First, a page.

Sō Percussion in Seattle and in Your Living Room

An excited audience waited in anticipation for the 7:30 pm downbeat by Sō Percussion in Meany Theater, located in Seattle, Washington, on January 31, 2016. Hosting a live stream of the concert, Second Inversion’s Maggie Stapleton introduced the ensemble to a diverse audience. Sō Percussion took the stage amongst an impressive array of traditional and not-so-traditional percussive instruments.

Immediately, the pulsations of Steve Reich’s Mallet Quartet began to appease the audience, growing from one marimba to another. A constant layer of density and pulsations created by the two marimbas laid the harmonic groundwork for the two vibraphones’ hocketed melodic material. The performers gave the harmonic structure of Fast a vigorous and fluid vivacity that never became stale, despite the repetition of pitch and rhythmic material. As the vibraphones passed melodic material back and forth with an unimaginable, seamless technical prowess, every subtle change or permutation of rhythm became extraordinarily impactful. With the second movement, Slow, Sō Percussion highlighted a pleasantly-unusual side of Reich’s compositions. Simple but unpredictable unison rhythms were surprisingly spaced to allow for various lengths of resonances, exposing the unique colors and timbres of the instruments. This engaging surprise set up the last movement, Fast, which brings back a similar feel and material as the first.

“I can hear you all screaming in your living rooms at home,” Jason Treuting said to those listening on the live stream. Taking a break to talk to the audience and introduce the next piece, Drum Kit Quartet #51, Treuting introduced composer Glenn Kotche as “…the drummer for Wilco, and a dork.” Despite the title, this is the only Drum Kit Quartet piece by Kotche that is not actually for a drum set quartet. Sō Percussion lined up on either side of the two marimbas, gently beginning with individual tones played with space between. A simple melodic contour slowly emerged as the unison rhythm pulled apart into a free, unhindered cloud following the same contour. A subtle tape track colored the melody, adding flavor to the work without overwhelming the original melodic material. The piece was further colored as the ensemble changed instruments to include drum set, rattle, and wind wand. The erratic but repetitive pulse of the piece is highlighted by the drum set’s rock like beat, creating a much desired scaffolding to which the previous melodic material was able to be heard in a different light. Sō Percussion allowed their passion and control to come through in a work that could easily become stale in a half-hearted performance– however, with Sō Percussion presenting the work, there was not a moment in which the work lost its luster.

Glenn Kotche

Glenn Kotche

“If we were a string quartet, this would be our Haydn,” Treuting said as he introduced John Cage’s Third Construction. Written while Cage was living in Seattle, Sō Percussion was happy to be performing the work in the city it was composed. Tin cans, wood blocks, congas, shakers, toms, and other alien-like instruments littered the section of the stage. With a bang, the piece broke into a noisy, raucous groove. It was immediately evident that Sō Percussion enjoys performing this work, each performer moving with the music and interacting by making eye contact as if they were telling jokes with one another. The energy was raw and untethered, coupled with an unbelievable technical prowess. The structure of the work creates a striking ebb and flow of densities, timbres, and rhythmic complexities and kept the audience entranced. Cue the interrupting conch shell and unleash a wave of noise and energy that the entire audience had a physical, visceral response to. What an incredible performance right before intermission.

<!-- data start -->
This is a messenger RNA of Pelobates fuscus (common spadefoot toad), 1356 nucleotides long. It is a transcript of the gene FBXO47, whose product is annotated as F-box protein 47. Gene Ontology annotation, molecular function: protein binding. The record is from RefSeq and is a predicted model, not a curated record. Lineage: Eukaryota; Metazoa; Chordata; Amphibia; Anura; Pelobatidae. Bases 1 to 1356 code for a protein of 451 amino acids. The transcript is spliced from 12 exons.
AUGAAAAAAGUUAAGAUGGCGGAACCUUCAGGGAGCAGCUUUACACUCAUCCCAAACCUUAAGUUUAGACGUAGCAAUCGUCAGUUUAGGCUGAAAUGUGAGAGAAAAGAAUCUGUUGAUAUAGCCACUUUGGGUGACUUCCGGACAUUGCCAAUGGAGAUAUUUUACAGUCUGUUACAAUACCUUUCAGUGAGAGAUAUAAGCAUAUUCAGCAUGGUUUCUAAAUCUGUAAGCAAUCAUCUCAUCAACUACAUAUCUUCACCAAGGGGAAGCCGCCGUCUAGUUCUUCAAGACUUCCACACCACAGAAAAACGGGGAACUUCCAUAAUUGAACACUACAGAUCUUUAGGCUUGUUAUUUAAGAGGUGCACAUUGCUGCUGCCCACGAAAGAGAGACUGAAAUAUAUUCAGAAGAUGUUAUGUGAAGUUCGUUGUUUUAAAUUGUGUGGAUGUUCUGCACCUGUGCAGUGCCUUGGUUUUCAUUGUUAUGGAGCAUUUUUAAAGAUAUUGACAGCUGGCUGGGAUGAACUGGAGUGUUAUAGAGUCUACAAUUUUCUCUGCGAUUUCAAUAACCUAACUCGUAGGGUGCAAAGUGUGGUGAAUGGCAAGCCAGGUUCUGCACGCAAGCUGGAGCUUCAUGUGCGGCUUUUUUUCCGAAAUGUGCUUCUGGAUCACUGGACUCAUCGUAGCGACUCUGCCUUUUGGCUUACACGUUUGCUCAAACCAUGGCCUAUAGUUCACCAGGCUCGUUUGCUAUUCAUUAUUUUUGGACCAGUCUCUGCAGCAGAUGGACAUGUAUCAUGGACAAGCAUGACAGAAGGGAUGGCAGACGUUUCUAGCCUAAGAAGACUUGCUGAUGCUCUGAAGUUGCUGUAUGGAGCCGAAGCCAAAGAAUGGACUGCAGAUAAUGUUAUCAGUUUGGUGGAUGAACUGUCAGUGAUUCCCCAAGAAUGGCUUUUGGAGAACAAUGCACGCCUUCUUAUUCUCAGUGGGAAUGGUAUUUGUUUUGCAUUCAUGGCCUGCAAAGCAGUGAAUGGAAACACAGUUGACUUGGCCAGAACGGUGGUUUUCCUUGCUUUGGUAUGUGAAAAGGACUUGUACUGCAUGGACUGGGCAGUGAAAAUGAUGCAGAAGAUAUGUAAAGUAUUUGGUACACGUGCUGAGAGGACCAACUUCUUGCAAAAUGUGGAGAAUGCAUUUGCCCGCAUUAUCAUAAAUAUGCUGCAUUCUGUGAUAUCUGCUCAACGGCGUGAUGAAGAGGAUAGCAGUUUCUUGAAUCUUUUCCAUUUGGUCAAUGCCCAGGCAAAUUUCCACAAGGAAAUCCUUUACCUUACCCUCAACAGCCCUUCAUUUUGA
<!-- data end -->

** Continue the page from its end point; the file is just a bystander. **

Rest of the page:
“Once upon a time… the world was round.”

In lieu of an intermission, Sō Percussion performed Story from John Cage’s Living Room Music. “This is for all of you in your living room listening on tiny speakers,” Treuting announced. The interplay of spoken word and syllabic sounds created a beat box-like character, an enjoyable change of pace before the finale. To round off the concert, Sō Percussion performed Music for Wood & Strings by Bryce Dessner. Dessner, a Grammy award-winning guitarist with the band The National, is an incredible multitalented musician. Treuting introduced Dessner by saying, “He plays shows in stadiums, and he’s also a dork.”

I’m sensing a theme…

Bryce Dessner - Photo by Anne Mie Dreves

Bryce Dessner – Photo by Anne Mie Dreves

Music for Wood & Strings features an instrument invented by Dessner called a Chord Stick, described as part electric guitar, part hammer dulcimer. Sō Percussion mastered this instrument, creating incredible, lush colors and timbres through various playing techniques. The repetitive harmonic structure of the work sustained intrigue through showing the combinations of colors created by layering different playing techniques. In an incredible display of precision and virtuosity, Sō Percussion created an amazing stereophonic experience, passing around broken timbral material rapidly. The sound encompassing the audience grew as the complex polyrhythmic grooves pushed the piece to an intense and sudden ending.

An immediate roar of applause erupted before the ensemble could take a breath as the audience jumped to their feet. After two or three curtain calls, Sō Percussion took the stage for an encore of Steve Reich’s Clapping Music. Sō Percussion performed an astounding concert, creating a unique experience for all listeners. With a high level of talent and artistry, as well as an obvious love and enjoyment of the music being played, Sō Percussion gave an unreplicable performance the audience won’t be quick to forget.

I assume some are still screaming in their living rooms.